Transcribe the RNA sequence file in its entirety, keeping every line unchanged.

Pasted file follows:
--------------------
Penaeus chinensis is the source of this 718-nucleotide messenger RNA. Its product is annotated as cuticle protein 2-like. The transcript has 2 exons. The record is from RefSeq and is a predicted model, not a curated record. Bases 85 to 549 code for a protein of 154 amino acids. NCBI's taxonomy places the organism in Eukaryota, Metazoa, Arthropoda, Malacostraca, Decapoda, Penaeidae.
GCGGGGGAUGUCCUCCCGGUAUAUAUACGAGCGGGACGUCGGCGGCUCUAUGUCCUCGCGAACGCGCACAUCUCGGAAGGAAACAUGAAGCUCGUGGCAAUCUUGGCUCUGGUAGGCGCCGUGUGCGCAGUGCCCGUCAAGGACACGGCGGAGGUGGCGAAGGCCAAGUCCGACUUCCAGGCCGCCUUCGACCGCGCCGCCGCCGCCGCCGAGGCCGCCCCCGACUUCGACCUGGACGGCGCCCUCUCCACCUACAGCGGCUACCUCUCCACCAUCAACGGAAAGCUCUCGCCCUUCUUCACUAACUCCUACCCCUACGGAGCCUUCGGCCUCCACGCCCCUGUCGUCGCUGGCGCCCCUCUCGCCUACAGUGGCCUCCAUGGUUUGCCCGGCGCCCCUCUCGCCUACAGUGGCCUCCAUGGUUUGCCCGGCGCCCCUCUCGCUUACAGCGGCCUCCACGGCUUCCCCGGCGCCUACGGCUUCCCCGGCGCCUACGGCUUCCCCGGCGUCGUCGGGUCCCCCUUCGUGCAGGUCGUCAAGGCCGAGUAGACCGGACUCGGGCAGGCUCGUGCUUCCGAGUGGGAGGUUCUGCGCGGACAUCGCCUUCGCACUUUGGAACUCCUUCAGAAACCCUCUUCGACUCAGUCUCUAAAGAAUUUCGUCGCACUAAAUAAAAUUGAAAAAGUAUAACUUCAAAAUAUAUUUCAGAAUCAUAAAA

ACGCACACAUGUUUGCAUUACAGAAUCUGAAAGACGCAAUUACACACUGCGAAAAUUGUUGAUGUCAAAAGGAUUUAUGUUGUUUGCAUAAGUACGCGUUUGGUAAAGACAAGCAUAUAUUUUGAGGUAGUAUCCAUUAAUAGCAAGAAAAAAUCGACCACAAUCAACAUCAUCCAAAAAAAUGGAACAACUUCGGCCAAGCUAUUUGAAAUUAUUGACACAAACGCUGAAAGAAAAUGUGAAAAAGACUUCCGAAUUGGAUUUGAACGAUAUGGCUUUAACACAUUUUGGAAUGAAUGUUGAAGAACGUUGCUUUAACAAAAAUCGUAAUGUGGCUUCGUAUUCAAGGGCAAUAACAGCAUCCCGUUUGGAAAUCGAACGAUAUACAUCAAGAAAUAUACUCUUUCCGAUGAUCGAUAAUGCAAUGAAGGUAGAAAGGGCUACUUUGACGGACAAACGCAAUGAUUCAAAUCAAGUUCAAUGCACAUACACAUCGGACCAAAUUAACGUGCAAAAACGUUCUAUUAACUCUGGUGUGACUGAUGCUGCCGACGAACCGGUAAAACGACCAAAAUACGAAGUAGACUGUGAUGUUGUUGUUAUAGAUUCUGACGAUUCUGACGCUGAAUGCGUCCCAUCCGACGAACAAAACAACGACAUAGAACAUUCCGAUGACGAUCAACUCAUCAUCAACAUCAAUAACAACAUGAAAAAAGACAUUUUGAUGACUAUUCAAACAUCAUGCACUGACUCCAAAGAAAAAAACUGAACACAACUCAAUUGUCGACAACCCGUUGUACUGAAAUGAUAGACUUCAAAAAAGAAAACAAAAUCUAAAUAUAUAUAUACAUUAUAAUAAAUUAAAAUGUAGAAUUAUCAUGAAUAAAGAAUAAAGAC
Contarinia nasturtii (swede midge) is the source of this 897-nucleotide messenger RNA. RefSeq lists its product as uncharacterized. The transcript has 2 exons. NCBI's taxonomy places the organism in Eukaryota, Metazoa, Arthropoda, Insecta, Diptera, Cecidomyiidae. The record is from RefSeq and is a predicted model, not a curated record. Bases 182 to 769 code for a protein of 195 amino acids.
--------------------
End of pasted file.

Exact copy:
Penaeus chinensis is the source of this 718-nucleotide messenger RNA. Its product is annotated as cuticle protein 2-like. The transcript has 2 exons. The record is from RefSeq and is a predicted model, not a curated record. Bases 85 to 549 code for a protein of 154 amino acids. NCBI's taxonomy places the organism in Eukaryota, Metazoa, Arthropoda, Malacostraca, Decapoda, Penaeidae.
GCGGGGGAUGUCCUCCCGGUAUAUAUACGAGCGGGACGUCGGCGGCUCUAUGUCCUCGCGAACGCGCACAUCUCGGAAGGAAACAUGAAGCUCGUGGCAAUCUUGGCUCUGGUAGGCGCCGUGUGCGCAGUGCCCGUCAAGGACACGGCGGAGGUGGCGAAGGCCAAGUCCGACUUCCAGGCCGCCUUCGACCGCGCCGCCGCCGCCGCCGAGGCCGCCCCCGACUUCGACCUGGACGGCGCCCUCUCCACCUACAGCGGCUACCUCUCCACCAUCAACGGAAAGCUCUCGCCCUUCUUCACUAACUCCUACCCCUACGGAGCCUUCGGCCUCCACGCCCCUGUCGUCGCUGGCGCCCCUCUCGCCUACAGUGGCCUCCAUGGUUUGCCCGGCGCCCCUCUCGCCUACAGUGGCCUCCAUGGUUUGCCCGGCGCCCCUCUCGCUUACAGCGGCCUCCACGGCUUCCCCGGCGCCUACGGCUUCCCCGGCGCCUACGGCUUCCCCGGCGUCGUCGGGUCCCCCUUCGUGCAGGUCGUCAAGGCCGAGUAGACCGGACUCGGGCAGGCUCGUGCUUCCGAGUGGGAGGUUCUGCGCGGACAUCGCCUUCGCACUUUGGAACUCCUUCAGAAACCCUCUUCGACUCAGUCUCUAAAGAAUUUCGUCGCACUAAAUAAAAUUGAAAAAGUAUAACUUCAAAAUAUAUUUCAGAAUCAUAAAA

ACGCACACAUGUUUGCAUUACAGAAUCUGAAAGACGCAAUUACACACUGCGAAAAUUGUUGAUGUCAAAAGGAUUUAUGUUGUUUGCAUAAGUACGCGUUUGGUAAAGACAAGCAUAUAUUUUGAGGUAGUAUCCAUUAAUAGCAAGAAAAAAUCGACCACAAUCAACAUCAUCCAAAAAAAUGGAACAACUUCGGCCAAGCUAUUUGAAAUUAUUGACACAAACGCUGAAAGAAAAUGUGAAAAAGACUUCCGAAUUGGAUUUGAACGAUAUGGCUUUAACACAUUUUGGAAUGAAUGUUGAAGAACGUUGCUUUAACAAAAAUCGUAAUGUGGCUUCGUAUUCAAGGGCAAUAACAGCAUCCCGUUUGGAAAUCGAACGAUAUACAUCAAGAAAUAUACUCUUUCCGAUGAUCGAUAAUGCAAUGAAGGUAGAAAGGGCUACUUUGACGGACAAACGCAAUGAUUCAAAUCAAGUUCAAUGCACAUACACAUCGGACCAAAUUAACGUGCAAAAACGUUCUAUUAACUCUGGUGUGACUGAUGCUGCCGACGAACCGGUAAAACGACCAAAAUACGAAGUAGACUGUGAUGUUGUUGUUAUAGAUUCUGACGAUUCUGACGCUGAAUGCGUCCCAUCCGACGAACAAAACAACGACAUAGAACAUUCCGAUGACGAUCAACUCAUCAUCAACAUCAAUAACAACAUGAAAAAAGACAUUUUGAUGACUAUUCAAACAUCAUGCACUGACUCCAAAGAAAAAAACUGAACACAACUCAAUUGUCGACAACCCGUUGUACUGAAAUGAUAGACUUCAAAAAAGAAAACAAAAUCUAAAUAUAUAUAUACAUUAUAAUAAAUUAAAAUGUAGAAUUAUCAUGAAUAAAGAAUAAAGAC
Contarinia nasturtii (swede midge) is the source of this 897-nucleotide messenger RNA. RefSeq lists its product as uncharacterized. The transcript has 2 exons. NCBI's taxonomy places the organism in Eukaryota, Metazoa, Arthropoda, Insecta, Diptera, Cecidomyiidae. The record is from RefSeq and is a predicted model, not a curated record. Bases 182 to 769 code for a protein of 195 amino acids.